Merchant of Venice: Texts and Contexts / Edition 1

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This edition of Shakespeare’s The Merchant of Venice reprints the Bevington edition of the play along with documents and illustrations thematically arranged to offer a richly textured understanding of early modern culture and Shakespeare’s work within that culture. The texts include maps, woodcuts, sermons, statutes, early modern documents reflecting Christian attitudes toward Jews and Jewish reactions to these attitudes, excerpts from the Bible on moneylending as well as contemporary discourses on usury and commerce, anti-Catholic tracts, travel accounts, diplomatic reports, scenes from a morality play about the corrupting effects of treatment of aliens, conduct literature, and contemporary treatises on the role of women. The documents illuminate religious controversy at the time of Shakespeare’s play, some of his sources, the place of Venice in the early modern English imagination, merchant culture, and marriage, sexuality, and friendship in the period.
Editorial features designed to help readers relate the play to historical documents include an engaging general introduction, an introduction to each thematic group of documents, headnotes and glosses for the primary documents (presented in modern spelling), and an extensive bibliography.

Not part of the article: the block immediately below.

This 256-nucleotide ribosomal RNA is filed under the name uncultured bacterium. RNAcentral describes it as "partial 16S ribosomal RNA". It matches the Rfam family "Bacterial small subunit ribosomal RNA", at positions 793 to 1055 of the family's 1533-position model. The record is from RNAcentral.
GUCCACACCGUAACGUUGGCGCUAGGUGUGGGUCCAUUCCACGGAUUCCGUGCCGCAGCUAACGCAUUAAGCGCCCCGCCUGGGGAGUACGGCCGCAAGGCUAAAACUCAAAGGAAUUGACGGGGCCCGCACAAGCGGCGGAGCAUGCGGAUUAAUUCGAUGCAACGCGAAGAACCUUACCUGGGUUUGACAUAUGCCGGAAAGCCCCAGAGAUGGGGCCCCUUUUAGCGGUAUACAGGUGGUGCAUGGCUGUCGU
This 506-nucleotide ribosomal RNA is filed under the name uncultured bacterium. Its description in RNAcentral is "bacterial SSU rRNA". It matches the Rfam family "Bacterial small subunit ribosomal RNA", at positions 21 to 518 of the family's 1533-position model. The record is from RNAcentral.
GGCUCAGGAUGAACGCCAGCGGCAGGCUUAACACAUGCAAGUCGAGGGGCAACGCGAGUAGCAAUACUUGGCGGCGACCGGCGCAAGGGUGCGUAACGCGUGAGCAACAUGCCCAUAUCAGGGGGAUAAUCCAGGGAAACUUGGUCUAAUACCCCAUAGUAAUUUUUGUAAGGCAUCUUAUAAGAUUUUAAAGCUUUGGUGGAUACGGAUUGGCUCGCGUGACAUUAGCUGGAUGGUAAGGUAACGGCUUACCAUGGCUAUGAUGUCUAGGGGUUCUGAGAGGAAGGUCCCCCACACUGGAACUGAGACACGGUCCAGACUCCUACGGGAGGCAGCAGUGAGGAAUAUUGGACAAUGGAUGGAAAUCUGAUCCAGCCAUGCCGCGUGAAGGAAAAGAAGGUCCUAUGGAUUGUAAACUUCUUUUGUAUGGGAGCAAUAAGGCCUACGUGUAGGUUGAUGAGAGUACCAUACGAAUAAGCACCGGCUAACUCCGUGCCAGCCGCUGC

Presents the original text of Shakespeare's play side by side with a modern version, with marginal notes and explanations and full descriptions of each character.

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Editorial Reviews

A collection of new perspectives on Shakespeare's most controversial play, for students. Essays open up the play's historical, cultural, and political significance, and demonstrate some of the ways in which contemporary criticism is both based on critical theory and is also about the practice of criticism. Specific subjects include Shakespeare and the Jews, colonization and miscegenation in the play, how to read the play without being heterosexist, and Venetian patriarchy. Annotation c. by Book News, Inc., Portland, Or.
From the Publisher
"...a suitable pedagogic edition, particularly for higher-level courses."—Abdulla Al-Dabbagh, Sixteenth Century Jourbanal
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Product Details

  • ISBN-13: 9780312256241
  • Publisher: Bedford/St. Martin's
  • Publication date: 3/4/2002
  • Series: Bedford Shakespeare Series
  • Edition description: First Edition
  • Edition number: 1
  • Pages: 377
  • Sales rank: 441,541
  • Product dimensions: 5.52 (w) x 8.17 (h) x 0.58 (d)

Meet the Author